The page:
Tuesday 11 December 2012

A Cab at the Door - V.S. Pritchett

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More Slightly Foxed!  Yay!  Well, this one was actually a little bonus - earlier in the year, when they sent me the fabulous Look Back With Love by Dodie Smith, they inadvertently sent me A Cab at the Door by V.S. Pritchett first.  And then very kindly said I could have both.  Having recently adored Blue Remembered Hills, I realised I couldn't go long without another fix of Slightly Foxed, and so grabbed A Cab at the Door (1968).

I have to confess, I've spent much of my adult life confusing V.S. Pritchett and V.S. Naipaul (he of the I'm-better-than-all-women rant).  As crimes go, it's not the worst, and I hadn't actually read anything by either of them - but now I'm sure that Pritchett is going to be my favourite V.S.  Sorry, Italian astronomer V.S. Casulli.  Tough break.

Like all the Slightly Foxed Editions (of which this is no.3), A Cab at the Door is a memoir - stretching further than some, in that it takes us beyond childhood, up until the time Pritchett breaks away from his parents and leaves home for France.  Like most memoirists, Pritchett seems to have been blessed with more amusing, regional relatives than the average person (c'mon, my relatives, be more comical) but although we have entertaining visits to these, the dominant character in this memoir is Pritchett's father.  And I choose the word dominant deliberately.  Whatever other merits the book has, I think its greatest achievement is a rich and complex portrait of the sort of man who would simply appear as an ogre in fiction.

Father (if his name is mentioned, I have forgotten it - as I invariably forget names) is selfish, arrogant, and angry.  His cruelty is that peculiar brand which stems from monumental self-delusion - he drives his family deeply into debt, but appears to believe it is none of his doing.  He has constant ambition to better himself and his standing in society (and even achieves it to a degree, eventually, becoming a Managing Director) but doesn't care how his failures along the way ruin and sadden his wife and children.  His wife - a lively and somewhat crude woman - is all but forbidden from entertaining, and is constantly carted from pillar to post, as they move to escape his debts.  The eponymous cab at the door is Pritchett's familiar childhood sight, waiting to take them to their next home.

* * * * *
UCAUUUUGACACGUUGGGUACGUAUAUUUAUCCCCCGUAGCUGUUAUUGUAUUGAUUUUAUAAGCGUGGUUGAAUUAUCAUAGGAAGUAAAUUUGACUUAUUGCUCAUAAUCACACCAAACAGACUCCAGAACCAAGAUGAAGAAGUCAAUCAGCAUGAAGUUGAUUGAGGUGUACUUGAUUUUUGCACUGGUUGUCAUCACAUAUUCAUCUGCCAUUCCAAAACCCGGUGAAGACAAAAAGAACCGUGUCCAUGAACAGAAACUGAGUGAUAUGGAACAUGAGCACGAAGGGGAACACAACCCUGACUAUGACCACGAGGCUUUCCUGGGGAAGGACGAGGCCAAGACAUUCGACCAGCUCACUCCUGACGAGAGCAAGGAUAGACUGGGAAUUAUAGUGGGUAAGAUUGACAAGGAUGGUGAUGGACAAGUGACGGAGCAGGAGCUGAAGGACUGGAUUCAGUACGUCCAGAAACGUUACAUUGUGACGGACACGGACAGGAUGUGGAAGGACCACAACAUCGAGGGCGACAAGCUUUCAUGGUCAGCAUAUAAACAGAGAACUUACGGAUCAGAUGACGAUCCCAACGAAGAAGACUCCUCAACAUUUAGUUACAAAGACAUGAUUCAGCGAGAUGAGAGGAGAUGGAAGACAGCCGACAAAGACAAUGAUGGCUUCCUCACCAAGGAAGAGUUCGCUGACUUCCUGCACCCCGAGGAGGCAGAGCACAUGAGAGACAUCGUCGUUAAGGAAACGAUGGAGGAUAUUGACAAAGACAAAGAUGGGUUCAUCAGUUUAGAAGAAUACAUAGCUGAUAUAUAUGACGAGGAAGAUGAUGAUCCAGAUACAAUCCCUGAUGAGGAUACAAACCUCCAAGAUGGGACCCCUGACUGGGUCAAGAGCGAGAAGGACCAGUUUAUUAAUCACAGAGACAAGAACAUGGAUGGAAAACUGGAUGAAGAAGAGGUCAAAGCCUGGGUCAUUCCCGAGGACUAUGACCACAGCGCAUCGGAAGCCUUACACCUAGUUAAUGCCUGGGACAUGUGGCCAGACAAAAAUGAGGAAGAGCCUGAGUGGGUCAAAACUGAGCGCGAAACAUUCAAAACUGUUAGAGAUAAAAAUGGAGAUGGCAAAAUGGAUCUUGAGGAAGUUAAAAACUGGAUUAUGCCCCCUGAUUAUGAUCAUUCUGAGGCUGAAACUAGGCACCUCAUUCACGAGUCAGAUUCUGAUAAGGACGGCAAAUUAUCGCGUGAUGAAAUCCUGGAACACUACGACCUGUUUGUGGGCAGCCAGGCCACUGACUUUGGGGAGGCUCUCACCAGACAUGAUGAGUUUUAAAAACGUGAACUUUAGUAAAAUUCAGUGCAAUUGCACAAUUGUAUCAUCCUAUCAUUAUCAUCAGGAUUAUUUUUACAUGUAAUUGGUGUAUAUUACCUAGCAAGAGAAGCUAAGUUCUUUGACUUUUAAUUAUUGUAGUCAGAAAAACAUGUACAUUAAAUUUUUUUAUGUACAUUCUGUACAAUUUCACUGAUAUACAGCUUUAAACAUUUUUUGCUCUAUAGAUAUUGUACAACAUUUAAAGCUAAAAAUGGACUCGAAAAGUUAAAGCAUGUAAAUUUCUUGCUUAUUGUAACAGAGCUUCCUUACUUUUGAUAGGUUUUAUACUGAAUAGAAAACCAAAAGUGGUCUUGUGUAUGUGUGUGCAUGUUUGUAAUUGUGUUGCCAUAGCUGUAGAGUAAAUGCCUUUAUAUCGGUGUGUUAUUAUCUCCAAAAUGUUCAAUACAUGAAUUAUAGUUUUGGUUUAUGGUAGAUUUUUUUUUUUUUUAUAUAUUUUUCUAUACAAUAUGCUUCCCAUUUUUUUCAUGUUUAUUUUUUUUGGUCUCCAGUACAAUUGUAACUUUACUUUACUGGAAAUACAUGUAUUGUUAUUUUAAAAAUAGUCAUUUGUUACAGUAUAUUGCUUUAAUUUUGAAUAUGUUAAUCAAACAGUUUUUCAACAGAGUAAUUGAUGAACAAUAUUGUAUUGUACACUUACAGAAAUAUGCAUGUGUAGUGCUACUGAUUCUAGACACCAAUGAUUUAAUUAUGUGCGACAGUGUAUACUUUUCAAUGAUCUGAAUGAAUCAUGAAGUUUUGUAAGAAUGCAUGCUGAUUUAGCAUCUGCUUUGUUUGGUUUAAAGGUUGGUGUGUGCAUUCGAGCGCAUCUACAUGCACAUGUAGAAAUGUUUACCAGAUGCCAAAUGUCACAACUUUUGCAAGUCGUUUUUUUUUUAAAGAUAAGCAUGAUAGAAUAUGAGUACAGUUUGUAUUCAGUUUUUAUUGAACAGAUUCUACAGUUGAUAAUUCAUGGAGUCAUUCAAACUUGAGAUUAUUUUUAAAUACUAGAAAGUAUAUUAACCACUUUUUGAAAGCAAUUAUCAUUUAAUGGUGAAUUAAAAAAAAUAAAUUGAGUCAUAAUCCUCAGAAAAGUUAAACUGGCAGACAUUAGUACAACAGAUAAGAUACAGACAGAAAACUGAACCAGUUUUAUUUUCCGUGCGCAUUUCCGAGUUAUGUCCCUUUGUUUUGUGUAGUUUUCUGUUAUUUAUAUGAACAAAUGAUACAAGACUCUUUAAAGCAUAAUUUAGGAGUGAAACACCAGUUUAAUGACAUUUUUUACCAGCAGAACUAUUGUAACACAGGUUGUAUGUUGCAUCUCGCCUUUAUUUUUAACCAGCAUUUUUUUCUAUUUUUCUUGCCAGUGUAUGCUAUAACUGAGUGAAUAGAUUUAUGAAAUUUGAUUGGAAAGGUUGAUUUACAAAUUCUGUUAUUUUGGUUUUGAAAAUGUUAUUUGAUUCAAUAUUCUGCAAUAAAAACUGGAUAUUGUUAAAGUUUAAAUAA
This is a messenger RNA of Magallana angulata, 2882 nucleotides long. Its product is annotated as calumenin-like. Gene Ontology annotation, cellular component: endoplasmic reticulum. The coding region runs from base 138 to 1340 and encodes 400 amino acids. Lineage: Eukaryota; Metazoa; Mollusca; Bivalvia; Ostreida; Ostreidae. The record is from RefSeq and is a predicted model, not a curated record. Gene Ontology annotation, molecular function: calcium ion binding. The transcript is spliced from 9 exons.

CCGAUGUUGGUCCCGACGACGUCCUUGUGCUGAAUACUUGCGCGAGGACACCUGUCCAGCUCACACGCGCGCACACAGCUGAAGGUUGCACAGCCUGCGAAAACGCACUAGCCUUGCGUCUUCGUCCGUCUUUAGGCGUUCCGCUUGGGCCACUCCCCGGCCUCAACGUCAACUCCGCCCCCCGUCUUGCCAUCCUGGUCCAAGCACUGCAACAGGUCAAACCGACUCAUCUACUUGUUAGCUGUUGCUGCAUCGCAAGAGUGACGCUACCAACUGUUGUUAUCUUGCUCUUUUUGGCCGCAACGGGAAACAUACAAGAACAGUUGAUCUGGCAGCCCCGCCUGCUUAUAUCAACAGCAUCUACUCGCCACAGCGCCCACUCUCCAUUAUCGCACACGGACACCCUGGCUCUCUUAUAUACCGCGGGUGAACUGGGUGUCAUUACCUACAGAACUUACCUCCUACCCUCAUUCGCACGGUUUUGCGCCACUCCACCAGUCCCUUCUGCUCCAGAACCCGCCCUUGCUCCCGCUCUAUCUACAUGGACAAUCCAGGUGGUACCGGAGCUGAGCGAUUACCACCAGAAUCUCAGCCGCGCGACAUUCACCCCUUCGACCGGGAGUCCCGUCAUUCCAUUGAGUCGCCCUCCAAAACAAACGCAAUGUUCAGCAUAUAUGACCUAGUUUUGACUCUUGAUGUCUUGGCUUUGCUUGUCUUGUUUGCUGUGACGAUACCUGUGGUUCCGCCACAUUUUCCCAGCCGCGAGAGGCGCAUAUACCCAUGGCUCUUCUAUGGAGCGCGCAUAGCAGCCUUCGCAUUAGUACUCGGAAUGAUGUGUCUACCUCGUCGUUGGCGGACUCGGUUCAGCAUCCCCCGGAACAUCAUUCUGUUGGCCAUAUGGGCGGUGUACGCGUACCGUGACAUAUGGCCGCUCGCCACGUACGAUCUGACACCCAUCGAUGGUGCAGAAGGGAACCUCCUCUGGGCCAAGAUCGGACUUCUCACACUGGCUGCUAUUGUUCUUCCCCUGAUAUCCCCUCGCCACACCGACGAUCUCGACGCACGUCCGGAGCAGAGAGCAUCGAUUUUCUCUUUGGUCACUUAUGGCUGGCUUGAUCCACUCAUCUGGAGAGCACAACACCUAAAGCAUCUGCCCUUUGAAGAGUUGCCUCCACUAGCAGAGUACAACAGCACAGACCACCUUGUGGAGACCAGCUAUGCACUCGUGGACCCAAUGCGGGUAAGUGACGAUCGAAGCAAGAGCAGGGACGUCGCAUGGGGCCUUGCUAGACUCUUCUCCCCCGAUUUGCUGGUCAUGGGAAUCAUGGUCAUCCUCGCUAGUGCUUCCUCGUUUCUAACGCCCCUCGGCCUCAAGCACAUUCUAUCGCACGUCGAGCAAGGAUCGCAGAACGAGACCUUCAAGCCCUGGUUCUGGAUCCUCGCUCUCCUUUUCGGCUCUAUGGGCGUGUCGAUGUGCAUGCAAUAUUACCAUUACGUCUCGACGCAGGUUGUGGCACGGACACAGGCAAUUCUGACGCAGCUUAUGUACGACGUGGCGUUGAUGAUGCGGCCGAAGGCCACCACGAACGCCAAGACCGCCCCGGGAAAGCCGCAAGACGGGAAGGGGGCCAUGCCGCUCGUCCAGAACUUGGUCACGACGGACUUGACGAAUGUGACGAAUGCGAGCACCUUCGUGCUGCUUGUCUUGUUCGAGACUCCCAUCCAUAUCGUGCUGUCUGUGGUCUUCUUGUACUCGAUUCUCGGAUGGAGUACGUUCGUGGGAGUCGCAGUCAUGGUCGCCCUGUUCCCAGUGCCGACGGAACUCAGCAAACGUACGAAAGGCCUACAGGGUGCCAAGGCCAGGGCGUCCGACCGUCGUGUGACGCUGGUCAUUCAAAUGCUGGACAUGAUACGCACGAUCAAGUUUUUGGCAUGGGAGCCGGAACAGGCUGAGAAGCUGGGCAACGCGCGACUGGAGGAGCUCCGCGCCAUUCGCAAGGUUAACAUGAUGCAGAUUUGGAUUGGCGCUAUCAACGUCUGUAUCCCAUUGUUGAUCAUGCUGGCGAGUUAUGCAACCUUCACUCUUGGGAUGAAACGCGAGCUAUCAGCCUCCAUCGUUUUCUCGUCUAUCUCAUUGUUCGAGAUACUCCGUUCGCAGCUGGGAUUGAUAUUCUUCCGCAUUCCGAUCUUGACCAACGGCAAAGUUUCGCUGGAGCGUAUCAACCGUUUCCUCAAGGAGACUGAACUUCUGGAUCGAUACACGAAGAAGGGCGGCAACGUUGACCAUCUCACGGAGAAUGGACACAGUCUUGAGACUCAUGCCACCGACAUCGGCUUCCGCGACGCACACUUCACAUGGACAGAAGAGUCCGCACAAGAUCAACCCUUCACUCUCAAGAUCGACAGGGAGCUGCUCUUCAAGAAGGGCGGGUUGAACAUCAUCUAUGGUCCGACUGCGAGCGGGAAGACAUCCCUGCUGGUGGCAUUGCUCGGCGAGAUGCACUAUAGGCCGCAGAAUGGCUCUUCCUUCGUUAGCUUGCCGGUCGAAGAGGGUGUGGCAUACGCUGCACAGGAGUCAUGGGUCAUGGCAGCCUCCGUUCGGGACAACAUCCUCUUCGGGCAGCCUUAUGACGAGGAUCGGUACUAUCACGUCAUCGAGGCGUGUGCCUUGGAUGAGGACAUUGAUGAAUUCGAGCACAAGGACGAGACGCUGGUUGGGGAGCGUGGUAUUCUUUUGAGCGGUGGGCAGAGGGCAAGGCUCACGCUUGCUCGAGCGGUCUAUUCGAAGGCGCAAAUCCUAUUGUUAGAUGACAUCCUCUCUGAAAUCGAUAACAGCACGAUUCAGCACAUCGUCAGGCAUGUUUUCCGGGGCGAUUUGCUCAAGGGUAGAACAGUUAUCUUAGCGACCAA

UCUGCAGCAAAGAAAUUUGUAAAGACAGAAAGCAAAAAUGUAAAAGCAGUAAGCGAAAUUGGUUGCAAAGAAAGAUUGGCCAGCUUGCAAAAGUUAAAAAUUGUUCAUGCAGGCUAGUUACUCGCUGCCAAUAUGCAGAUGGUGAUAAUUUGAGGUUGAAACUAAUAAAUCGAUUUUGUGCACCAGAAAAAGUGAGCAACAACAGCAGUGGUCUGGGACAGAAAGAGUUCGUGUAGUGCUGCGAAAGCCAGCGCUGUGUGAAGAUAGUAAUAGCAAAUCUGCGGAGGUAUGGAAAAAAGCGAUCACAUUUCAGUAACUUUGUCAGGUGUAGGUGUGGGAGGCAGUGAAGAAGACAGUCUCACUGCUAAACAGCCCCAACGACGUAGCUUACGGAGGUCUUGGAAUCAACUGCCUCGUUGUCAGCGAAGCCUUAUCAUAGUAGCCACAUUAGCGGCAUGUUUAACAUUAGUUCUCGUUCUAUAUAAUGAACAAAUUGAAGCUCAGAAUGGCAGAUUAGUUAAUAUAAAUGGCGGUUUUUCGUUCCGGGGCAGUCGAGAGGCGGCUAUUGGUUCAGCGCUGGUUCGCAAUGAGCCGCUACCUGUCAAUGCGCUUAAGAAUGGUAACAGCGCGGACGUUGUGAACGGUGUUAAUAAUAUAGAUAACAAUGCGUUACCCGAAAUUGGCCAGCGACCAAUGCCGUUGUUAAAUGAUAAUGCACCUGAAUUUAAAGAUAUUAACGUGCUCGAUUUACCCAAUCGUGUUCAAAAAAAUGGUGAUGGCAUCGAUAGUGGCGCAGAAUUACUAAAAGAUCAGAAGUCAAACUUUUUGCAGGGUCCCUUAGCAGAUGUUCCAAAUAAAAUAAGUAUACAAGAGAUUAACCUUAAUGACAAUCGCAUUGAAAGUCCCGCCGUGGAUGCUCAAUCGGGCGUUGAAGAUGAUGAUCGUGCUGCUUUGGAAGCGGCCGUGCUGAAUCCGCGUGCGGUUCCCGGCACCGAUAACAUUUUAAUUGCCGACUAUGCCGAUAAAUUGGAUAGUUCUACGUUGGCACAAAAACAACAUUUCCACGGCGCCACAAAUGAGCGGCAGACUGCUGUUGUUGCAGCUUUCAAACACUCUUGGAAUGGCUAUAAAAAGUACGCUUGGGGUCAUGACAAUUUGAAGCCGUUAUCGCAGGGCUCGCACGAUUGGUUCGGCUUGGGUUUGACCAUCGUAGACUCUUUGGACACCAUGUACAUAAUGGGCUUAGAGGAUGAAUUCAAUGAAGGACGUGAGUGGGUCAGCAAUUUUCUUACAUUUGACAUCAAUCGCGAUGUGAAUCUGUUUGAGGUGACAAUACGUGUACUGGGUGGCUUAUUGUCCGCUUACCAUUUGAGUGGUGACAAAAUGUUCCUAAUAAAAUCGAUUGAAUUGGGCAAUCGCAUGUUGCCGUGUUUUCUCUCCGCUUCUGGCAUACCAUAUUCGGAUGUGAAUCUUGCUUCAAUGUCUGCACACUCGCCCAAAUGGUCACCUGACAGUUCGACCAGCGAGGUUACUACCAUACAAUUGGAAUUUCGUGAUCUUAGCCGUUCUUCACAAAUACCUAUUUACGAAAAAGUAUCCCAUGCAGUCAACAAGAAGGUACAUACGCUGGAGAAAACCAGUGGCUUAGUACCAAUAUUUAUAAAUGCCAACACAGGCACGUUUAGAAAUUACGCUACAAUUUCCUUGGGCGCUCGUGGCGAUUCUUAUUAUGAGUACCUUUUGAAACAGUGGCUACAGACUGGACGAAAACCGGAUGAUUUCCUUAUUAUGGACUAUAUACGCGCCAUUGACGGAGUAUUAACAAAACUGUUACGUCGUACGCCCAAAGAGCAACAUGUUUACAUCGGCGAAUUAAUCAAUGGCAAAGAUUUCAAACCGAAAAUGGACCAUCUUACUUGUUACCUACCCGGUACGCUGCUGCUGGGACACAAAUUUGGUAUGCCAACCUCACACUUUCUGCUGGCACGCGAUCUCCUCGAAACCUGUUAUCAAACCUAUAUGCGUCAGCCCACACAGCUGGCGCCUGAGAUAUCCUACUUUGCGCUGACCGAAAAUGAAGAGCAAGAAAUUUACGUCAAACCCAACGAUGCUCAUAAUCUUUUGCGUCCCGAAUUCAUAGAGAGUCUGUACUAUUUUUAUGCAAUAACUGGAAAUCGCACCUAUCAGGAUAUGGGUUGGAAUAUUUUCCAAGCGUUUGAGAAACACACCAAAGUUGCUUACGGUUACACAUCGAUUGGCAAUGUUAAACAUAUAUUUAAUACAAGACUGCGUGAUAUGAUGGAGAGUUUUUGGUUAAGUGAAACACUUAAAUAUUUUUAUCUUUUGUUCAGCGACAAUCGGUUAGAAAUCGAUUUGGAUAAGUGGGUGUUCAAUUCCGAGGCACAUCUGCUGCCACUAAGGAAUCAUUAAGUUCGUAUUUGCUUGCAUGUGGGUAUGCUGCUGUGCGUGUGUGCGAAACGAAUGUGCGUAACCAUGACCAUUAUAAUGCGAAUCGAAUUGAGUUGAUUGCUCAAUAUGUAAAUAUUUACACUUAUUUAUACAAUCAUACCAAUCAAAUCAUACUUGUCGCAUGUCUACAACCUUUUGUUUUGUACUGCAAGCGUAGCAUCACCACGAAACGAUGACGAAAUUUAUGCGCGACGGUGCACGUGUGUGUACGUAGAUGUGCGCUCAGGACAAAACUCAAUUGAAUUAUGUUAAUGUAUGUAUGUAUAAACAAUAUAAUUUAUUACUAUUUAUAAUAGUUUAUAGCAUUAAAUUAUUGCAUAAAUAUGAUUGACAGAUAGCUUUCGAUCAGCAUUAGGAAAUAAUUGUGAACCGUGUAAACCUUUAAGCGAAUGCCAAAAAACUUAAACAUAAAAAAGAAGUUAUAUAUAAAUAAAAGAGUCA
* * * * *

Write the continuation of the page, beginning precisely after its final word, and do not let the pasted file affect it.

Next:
But because this is non-fiction, Father is not the caricatured evil man, nor his wife the stereotypical woman whose character is squashed out of her.  Instead, despite his unkindness to his younger son, and his unpredictable behaviour towards Victor himself, there is still love in him.  His wife still has moments of shrieking with laughter; Victor can still bond with his father over literature, occasionally, even if his own early attempts at writing are loudly derided.  And what novelist would have the masterstroke of making Father become a fierce proponent of Christian Science?  It is a truly exceptional portrait of a complicated man - and a portrait which is never finished to the artist's satisfaction, simply because he could not be comprehended.  Pritchett writes this brilliant paragraph towards the end:
Right up to the day of his death in his eighties, none of us children could settle our view of him.  It was simple to call him the late Victorian dominant male without whose orders no one could think or move.  It was only partly true that he was a romantic procrastinator, egotist and dreamer, for he was a very calculating man.  Sometimes we saw him as the unchanged country boy, given to local shrewdness and gossip.  (He loved the malicious gossip of his church and his trade.)  Sometimes we saw him as a pocket Napoleon, but he never even tried to obtain the wealth or power he often talked about.  His mind was more critical than creative and he was appalled by criticism of himself.  He would go pale, hold up his hand and say, "You must not criticise me."  He sincerely meant he was beyond criticism and felt in himself a sort of sacredness.
A Cab at the Door doesn't have the warmth and delight of other Slightly Foxed books - it doesn't intend to - and so, while Pritchett cannot compete with Dodie Smith and Rosemary Sutcliff for my affections, his task is different and executed incredibly well.

There are, of course, other angles and facets to this memoir, but I thought it worth identifying and discussing the one which set it apart from others that I have read.  Perhaps not one to curl up with in front of the festive log fire (for that, get Look Back With Love or Blue Remembered Hills, I cannot encourage you enough) but certainly an impressive portrait of a frustrating man, exactly the right ratio of objective and personal, an exemplary achievement.


  1. I am not the only one who gets the VSes mixed up! I find that incredibly reassuring.

    This sounds like a rich portrait of Pritchett's father, who seems like a fascinating if not necessarily appealing man. I really appreciate that Pritchett doesn't fall back on caricatures for either his father or the other members of the family. All of the lazy cliches that fiction writers employ (and which you mention) drive me nuts, especially the "squashed" wives. People are rarely so straight-forward and, if they are, then they are even more rarely worth reading about.

  2. I am another who confuses the VSes, and now I realize that I know nothing about Pritchett - beyond what I've learned from your review!


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